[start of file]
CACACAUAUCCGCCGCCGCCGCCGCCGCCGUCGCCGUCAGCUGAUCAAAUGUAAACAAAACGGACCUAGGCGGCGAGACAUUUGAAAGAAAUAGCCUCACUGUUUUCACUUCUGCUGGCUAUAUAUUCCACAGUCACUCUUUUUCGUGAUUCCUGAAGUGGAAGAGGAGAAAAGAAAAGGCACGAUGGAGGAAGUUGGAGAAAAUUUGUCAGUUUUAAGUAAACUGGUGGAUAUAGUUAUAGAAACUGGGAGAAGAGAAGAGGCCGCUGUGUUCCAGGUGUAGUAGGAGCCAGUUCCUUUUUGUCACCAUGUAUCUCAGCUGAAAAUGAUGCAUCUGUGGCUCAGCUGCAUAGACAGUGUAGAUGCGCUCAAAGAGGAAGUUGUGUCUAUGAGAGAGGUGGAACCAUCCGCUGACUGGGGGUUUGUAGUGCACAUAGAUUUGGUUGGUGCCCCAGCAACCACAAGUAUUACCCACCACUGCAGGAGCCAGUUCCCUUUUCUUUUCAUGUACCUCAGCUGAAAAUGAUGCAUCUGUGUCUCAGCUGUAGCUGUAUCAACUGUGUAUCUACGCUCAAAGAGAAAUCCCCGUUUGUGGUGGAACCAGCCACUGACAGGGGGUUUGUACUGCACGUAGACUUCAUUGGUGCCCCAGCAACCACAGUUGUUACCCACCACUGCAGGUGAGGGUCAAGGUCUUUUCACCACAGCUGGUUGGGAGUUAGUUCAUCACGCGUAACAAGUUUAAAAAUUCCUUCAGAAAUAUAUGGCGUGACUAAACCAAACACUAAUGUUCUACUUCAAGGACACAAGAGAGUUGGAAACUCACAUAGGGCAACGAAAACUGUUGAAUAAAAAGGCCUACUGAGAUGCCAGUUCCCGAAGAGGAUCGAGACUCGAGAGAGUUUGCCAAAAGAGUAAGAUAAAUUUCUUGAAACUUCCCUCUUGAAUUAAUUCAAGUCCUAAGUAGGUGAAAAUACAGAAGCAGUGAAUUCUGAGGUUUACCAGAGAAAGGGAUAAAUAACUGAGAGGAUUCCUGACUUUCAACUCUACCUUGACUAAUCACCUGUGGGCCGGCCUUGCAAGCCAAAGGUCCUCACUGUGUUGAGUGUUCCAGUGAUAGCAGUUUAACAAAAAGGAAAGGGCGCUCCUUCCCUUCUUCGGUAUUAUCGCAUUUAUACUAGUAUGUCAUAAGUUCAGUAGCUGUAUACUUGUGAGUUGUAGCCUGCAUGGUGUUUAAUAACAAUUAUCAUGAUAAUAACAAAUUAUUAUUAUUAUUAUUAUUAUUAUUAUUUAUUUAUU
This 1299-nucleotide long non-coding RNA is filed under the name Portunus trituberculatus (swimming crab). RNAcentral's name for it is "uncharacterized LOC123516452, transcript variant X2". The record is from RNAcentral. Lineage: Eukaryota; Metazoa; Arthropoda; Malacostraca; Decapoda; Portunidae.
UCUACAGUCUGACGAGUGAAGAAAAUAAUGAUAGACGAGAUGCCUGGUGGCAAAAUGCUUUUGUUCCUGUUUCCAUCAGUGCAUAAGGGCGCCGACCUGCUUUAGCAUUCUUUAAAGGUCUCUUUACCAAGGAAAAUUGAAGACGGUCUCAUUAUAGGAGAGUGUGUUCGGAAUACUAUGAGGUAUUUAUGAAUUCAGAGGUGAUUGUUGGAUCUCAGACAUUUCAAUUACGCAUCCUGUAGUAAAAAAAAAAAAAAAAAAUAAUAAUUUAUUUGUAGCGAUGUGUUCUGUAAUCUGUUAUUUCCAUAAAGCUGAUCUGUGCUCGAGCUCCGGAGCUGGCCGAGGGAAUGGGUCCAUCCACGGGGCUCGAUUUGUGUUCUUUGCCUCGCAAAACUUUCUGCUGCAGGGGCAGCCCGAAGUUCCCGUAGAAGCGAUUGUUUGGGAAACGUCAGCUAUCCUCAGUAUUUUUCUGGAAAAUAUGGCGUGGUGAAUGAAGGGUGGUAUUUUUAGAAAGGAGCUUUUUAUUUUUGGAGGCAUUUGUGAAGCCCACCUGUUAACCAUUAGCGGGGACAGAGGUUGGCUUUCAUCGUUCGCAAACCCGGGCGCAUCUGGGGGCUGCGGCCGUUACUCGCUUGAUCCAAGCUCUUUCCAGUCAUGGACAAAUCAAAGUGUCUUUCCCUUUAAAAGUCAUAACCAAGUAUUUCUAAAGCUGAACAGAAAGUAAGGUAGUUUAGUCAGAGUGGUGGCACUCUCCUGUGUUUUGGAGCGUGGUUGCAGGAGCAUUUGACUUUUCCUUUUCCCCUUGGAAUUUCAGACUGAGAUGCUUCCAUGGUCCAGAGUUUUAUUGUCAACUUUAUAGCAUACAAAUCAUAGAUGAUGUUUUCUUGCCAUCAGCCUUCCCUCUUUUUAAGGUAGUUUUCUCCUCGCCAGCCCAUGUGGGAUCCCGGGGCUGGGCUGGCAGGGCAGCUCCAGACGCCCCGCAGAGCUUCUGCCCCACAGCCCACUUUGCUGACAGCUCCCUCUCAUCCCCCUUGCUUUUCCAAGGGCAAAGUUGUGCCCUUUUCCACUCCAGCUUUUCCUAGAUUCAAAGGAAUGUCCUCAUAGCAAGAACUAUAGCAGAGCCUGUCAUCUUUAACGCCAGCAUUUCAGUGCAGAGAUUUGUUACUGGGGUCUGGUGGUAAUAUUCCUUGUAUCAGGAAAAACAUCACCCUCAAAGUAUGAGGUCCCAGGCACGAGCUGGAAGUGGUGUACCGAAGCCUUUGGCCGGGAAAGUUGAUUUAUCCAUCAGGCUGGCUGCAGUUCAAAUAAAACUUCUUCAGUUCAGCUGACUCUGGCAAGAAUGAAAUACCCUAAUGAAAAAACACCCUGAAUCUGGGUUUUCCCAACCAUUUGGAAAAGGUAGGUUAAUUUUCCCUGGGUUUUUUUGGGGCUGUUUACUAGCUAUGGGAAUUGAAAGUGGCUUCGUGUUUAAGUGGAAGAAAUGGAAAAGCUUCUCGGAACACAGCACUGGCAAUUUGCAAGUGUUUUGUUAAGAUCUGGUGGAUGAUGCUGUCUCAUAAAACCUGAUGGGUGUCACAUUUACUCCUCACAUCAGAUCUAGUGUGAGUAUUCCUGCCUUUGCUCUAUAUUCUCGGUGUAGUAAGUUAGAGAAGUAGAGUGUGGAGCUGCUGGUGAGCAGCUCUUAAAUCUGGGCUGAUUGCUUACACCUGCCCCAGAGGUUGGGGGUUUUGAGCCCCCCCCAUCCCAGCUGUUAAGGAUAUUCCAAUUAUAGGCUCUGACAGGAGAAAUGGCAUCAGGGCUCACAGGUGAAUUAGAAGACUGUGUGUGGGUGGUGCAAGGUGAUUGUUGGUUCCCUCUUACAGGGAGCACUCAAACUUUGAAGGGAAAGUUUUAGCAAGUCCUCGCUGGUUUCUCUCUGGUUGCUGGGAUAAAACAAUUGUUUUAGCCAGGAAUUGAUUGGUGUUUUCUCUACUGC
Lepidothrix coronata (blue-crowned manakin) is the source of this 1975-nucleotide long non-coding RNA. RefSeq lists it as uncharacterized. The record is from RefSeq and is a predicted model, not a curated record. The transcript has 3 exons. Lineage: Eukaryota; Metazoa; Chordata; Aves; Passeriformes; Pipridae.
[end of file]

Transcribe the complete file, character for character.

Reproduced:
CACACAUAUCCGCCGCCGCCGCCGCCGCCGUCGCCGUCAGCUGAUCAAAUGUAAACAAAACGGACCUAGGCGGCGAGACAUUUGAAAGAAAUAGCCUCACUGUUUUCACUUCUGCUGGCUAUAUAUUCCACAGUCACUCUUUUUCGUGAUUCCUGAAGUGGAAGAGGAGAAAAGAAAAGGCACGAUGGAGGAAGUUGGAGAAAAUUUGUCAGUUUUAAGUAAACUGGUGGAUAUAGUUAUAGAAACUGGGAGAAGAGAAGAGGCCGCUGUGUUCCAGGUGUAGUAGGAGCCAGUUCCUUUUUGUCACCAUGUAUCUCAGCUGAAAAUGAUGCAUCUGUGGCUCAGCUGCAUAGACAGUGUAGAUGCGCUCAAAGAGGAAGUUGUGUCUAUGAGAGAGGUGGAACCAUCCGCUGACUGGGGGUUUGUAGUGCACAUAGAUUUGGUUGGUGCCCCAGCAACCACAAGUAUUACCCACCACUGCAGGAGCCAGUUCCCUUUUCUUUUCAUGUACCUCAGCUGAAAAUGAUGCAUCUGUGUCUCAGCUGUAGCUGUAUCAACUGUGUAUCUACGCUCAAAGAGAAAUCCCCGUUUGUGGUGGAACCAGCCACUGACAGGGGGUUUGUACUGCACGUAGACUUCAUUGGUGCCCCAGCAACCACAGUUGUUACCCACCACUGCAGGUGAGGGUCAAGGUCUUUUCACCACAGCUGGUUGGGAGUUAGUUCAUCACGCGUAACAAGUUUAAAAAUUCCUUCAGAAAUAUAUGGCGUGACUAAACCAAACACUAAUGUUCUACUUCAAGGACACAAGAGAGUUGGAAACUCACAUAGGGCAACGAAAACUGUUGAAUAAAAAGGCCUACUGAGAUGCCAGUUCCCGAAGAGGAUCGAGACUCGAGAGAGUUUGCCAAAAGAGUAAGAUAAAUUUCUUGAAACUUCCCUCUUGAAUUAAUUCAAGUCCUAAGUAGGUGAAAAUACAGAAGCAGUGAAUUCUGAGGUUUACCAGAGAAAGGGAUAAAUAACUGAGAGGAUUCCUGACUUUCAACUCUACCUUGACUAAUCACCUGUGGGCCGGCCUUGCAAGCCAAAGGUCCUCACUGUGUUGAGUGUUCCAGUGAUAGCAGUUUAACAAAAAGGAAAGGGCGCUCCUUCCCUUCUUCGGUAUUAUCGCAUUUAUACUAGUAUGUCAUAAGUUCAGUAGCUGUAUACUUGUGAGUUGUAGCCUGCAUGGUGUUUAAUAACAAUUAUCAUGAUAAUAACAAAUUAUUAUUAUUAUUAUUAUUAUUAUUAUUUAUUUAUU
This 1299-nucleotide long non-coding RNA is filed under the name Portunus trituberculatus (swimming crab). RNAcentral's name for it is "uncharacterized LOC123516452, transcript variant X2". The record is from RNAcentral. Lineage: Eukaryota; Metazoa; Arthropoda; Malacostraca; Decapoda; Portunidae.
UCUACAGUCUGACGAGUGAAGAAAAUAAUGAUAGACGAGAUGCCUGGUGGCAAAAUGCUUUUGUUCCUGUUUCCAUCAGUGCAUAAGGGCGCCGACCUGCUUUAGCAUUCUUUAAAGGUCUCUUUACCAAGGAAAAUUGAAGACGGUCUCAUUAUAGGAGAGUGUGUUCGGAAUACUAUGAGGUAUUUAUGAAUUCAGAGGUGAUUGUUGGAUCUCAGACAUUUCAAUUACGCAUCCUGUAGUAAAAAAAAAAAAAAAAAAUAAUAAUUUAUUUGUAGCGAUGUGUUCUGUAAUCUGUUAUUUCCAUAAAGCUGAUCUGUGCUCGAGCUCCGGAGCUGGCCGAGGGAAUGGGUCCAUCCACGGGGCUCGAUUUGUGUUCUUUGCCUCGCAAAACUUUCUGCUGCAGGGGCAGCCCGAAGUUCCCGUAGAAGCGAUUGUUUGGGAAACGUCAGCUAUCCUCAGUAUUUUUCUGGAAAAUAUGGCGUGGUGAAUGAAGGGUGGUAUUUUUAGAAAGGAGCUUUUUAUUUUUGGAGGCAUUUGUGAAGCCCACCUGUUAACCAUUAGCGGGGACAGAGGUUGGCUUUCAUCGUUCGCAAACCCGGGCGCAUCUGGGGGCUGCGGCCGUUACUCGCUUGAUCCAAGCUCUUUCCAGUCAUGGACAAAUCAAAGUGUCUUUCCCUUUAAAAGUCAUAACCAAGUAUUUCUAAAGCUGAACAGAAAGUAAGGUAGUUUAGUCAGAGUGGUGGCACUCUCCUGUGUUUUGGAGCGUGGUUGCAGGAGCAUUUGACUUUUCCUUUUCCCCUUGGAAUUUCAGACUGAGAUGCUUCCAUGGUCCAGAGUUUUAUUGUCAACUUUAUAGCAUACAAAUCAUAGAUGAUGUUUUCUUGCCAUCAGCCUUCCCUCUUUUUAAGGUAGUUUUCUCCUCGCCAGCCCAUGUGGGAUCCCGGGGCUGGGCUGGCAGGGCAGCUCCAGACGCCCCGCAGAGCUUCUGCCCCACAGCCCACUUUGCUGACAGCUCCCUCUCAUCCCCCUUGCUUUUCCAAGGGCAAAGUUGUGCCCUUUUCCACUCCAGCUUUUCCUAGAUUCAAAGGAAUGUCCUCAUAGCAAGAACUAUAGCAGAGCCUGUCAUCUUUAACGCCAGCAUUUCAGUGCAGAGAUUUGUUACUGGGGUCUGGUGGUAAUAUUCCUUGUAUCAGGAAAAACAUCACCCUCAAAGUAUGAGGUCCCAGGCACGAGCUGGAAGUGGUGUACCGAAGCCUUUGGCCGGGAAAGUUGAUUUAUCCAUCAGGCUGGCUGCAGUUCAAAUAAAACUUCUUCAGUUCAGCUGACUCUGGCAAGAAUGAAAUACCCUAAUGAAAAAACACCCUGAAUCUGGGUUUUCCCAACCAUUUGGAAAAGGUAGGUUAAUUUUCCCUGGGUUUUUUUGGGGCUGUUUACUAGCUAUGGGAAUUGAAAGUGGCUUCGUGUUUAAGUGGAAGAAAUGGAAAAGCUUCUCGGAACACAGCACUGGCAAUUUGCAAGUGUUUUGUUAAGAUCUGGUGGAUGAUGCUGUCUCAUAAAACCUGAUGGGUGUCACAUUUACUCCUCACAUCAGAUCUAGUGUGAGUAUUCCUGCCUUUGCUCUAUAUUCUCGGUGUAGUAAGUUAGAGAAGUAGAGUGUGGAGCUGCUGGUGAGCAGCUCUUAAAUCUGGGCUGAUUGCUUACACCUGCCCCAGAGGUUGGGGGUUUUGAGCCCCCCCCAUCCCAGCUGUUAAGGAUAUUCCAAUUAUAGGCUCUGACAGGAGAAAUGGCAUCAGGGCUCACAGGUGAAUUAGAAGACUGUGUGUGGGUGGUGCAAGGUGAUUGUUGGUUCCCUCUUACAGGGAGCACUCAAACUUUGAAGGGAAAGUUUUAGCAAGUCCUCGCUGGUUUCUCUCUGGUUGCUGGGAUAAAACAAUUGUUUUAGCCAGGAAUUGAUUGGUGUUUUCUCUACUGC
Lepidothrix coronata (blue-crowned manakin) is the source of this 1975-nucleotide long non-coding RNA. RefSeq lists it as uncharacterized. The record is from RefSeq and is a predicted model, not a curated record. The transcript has 3 exons. Lineage: Eukaryota; Metazoa; Chordata; Aves; Passeriformes; Pipridae.